For the past few weeks, the specter of war has hung over South Asia. But buried under the headlines about terrorist attacks, counterstrikes and fighter jet skirmishes is the threat of forced displacement, which now hangs over the heads of millions of indigenous peoples across India.

In February, India’s Supreme Court ruled that indigenous and local households whose land claims had not yet been upheld — roughly 2 million households, or an estimated 10 million people — would be evicted from their homes by July 24.

The court then put a hold on the evictions until its next hearing in July, providing a brief respite to residents who are largely impoverished and cannot afford to move without grievous harm — but also extending their anxiety.…  Seguir leyendo »

A Kashmiri being comforted after his house was destroyed in a battle in Tral, south of Srinagar, on Tuesday. Credit Dar Yasin/Associated Press

India and Pakistan don’t have to be on the brink of war. Negotiators painstakingly put together a way out of the crisis and a road map for resolution of the Kashmir dispute in the mid-2000s, and we need to get back to it.

Kashmir has been disputed since 1947, with India holding around two-thirds and Pakistan one-third of its territory and both claiming all of it. The unresolved future of the largely Muslim region has led to three wars between the two countries, while frustration with Indian misrule in Indian-controlled Kashmir led to an insurgency supported by Pakistan in 1990.

India and Pakistan have alternated between phases of intense hostility and moments of calm since 1947.…  Seguir leyendo »

Las tensiones entre la India y Pakistán están en su nivel más alto en décadas, y muchos temen que estos dos vecinos nucleares estén al borde de otra guerra por la región disputada de Cachemira. Pero este último estallido es diferente a los anteriores.

El conflicto por Cachemira comenzó en 1947. Cuando Pakistán dio apoyo a un movimiento insurgente musulmán en el Principado de Jammu y Cachemira, su gobernante, el maharajá Hari Singh (hinduista) decidió ceder el territorio a la India a cambio de ayuda militar. Pero como la población del estado era predominantemente musulmana, Pakistán protestó y envió tropas, a lo que la India respondió con tropas propias.…  Seguir leyendo »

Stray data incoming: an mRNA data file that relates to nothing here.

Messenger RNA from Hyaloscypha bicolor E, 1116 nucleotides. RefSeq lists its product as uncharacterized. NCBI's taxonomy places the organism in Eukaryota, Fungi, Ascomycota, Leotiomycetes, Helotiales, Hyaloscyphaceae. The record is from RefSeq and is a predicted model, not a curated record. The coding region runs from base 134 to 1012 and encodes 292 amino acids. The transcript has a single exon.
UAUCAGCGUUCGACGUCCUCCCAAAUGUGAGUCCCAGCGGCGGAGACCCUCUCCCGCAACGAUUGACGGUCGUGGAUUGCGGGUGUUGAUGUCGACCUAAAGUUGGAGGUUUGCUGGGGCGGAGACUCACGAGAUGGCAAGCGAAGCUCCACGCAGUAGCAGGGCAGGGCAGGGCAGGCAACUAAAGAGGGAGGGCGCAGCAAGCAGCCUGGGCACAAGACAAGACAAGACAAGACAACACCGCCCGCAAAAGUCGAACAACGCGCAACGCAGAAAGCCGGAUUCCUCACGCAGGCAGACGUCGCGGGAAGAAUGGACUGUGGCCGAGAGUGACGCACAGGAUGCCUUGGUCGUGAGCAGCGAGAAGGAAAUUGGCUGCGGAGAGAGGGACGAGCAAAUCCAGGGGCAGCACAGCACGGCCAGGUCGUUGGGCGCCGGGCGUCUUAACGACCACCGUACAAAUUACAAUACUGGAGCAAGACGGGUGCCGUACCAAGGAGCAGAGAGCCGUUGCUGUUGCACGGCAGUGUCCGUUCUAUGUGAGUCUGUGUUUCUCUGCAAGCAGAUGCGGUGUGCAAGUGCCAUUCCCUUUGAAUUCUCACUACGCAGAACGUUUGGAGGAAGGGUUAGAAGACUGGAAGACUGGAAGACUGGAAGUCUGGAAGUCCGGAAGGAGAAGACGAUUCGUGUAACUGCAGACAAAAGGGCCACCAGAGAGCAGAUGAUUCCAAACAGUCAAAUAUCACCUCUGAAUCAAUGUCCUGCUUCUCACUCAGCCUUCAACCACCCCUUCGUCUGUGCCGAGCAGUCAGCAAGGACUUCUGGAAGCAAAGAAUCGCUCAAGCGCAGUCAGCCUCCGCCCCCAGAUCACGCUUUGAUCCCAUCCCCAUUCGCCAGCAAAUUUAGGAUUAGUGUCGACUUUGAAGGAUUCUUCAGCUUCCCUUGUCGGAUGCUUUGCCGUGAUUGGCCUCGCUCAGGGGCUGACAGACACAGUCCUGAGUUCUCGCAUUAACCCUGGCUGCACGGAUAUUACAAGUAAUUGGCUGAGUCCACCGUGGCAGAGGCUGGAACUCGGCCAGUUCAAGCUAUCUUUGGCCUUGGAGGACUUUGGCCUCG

Indian policemen wait for the return of Indian pilot Abhinandan Varthaman on 1 March. Photo: Getty Images.

Asia’s prominence in geopolitical theatre was on full display last week as an escalation in tensions between traditional rivals India and Pakistan unfolded simultaneously with a Hanoi summit meeting between US President Donald Trump and North Korean Supreme Leader Kim Jong-un.

The nuclear summit took place against a backdrop of India’s surprise air attack across the border in Pakistan, against what it described as ‘terrorist camps’, prompting a retaliatory strike from Pakistan a day later. When two nuclear weapon states threaten to go to war, the world has to intervene.

The nuclear summit itself was a failure, prompting the US president to turn his attention to India and Pakistan.…  Seguir leyendo »

Indian police officers in Srinagar, Kashmir, in 2016 in the wake of protests over the killing of a separatist leader. Credit Dar Yasin/Associated Press

For the past few decades, Kashmir has largely been referred to in news reports and policy papers as a “low-intensity conflict,” as if someone were leisurely making a lamb stew. But for those of us who call the region home, it means living with the constant ache of our painful history, a despair and rage about an oppressive present, and an uncertain future.

Political discontent has simmered in Kashmir since the partition of India in 1947. India and Pakistan, which each control parts of the region and claim the whole, have fought three wars over it. India eroded the autonomy of the part of Kashmir it controlled by imprisoning elected leaders and appointing puppet administrators.…  Seguir leyendo »

Students chant slogans under the shade of national flag, after Pakistan shot down two Indian military aircrafts, according to Pakistani officials, during a march in Lahore, Pakistan 28 February 2019. REUTERS/Mohsin Raza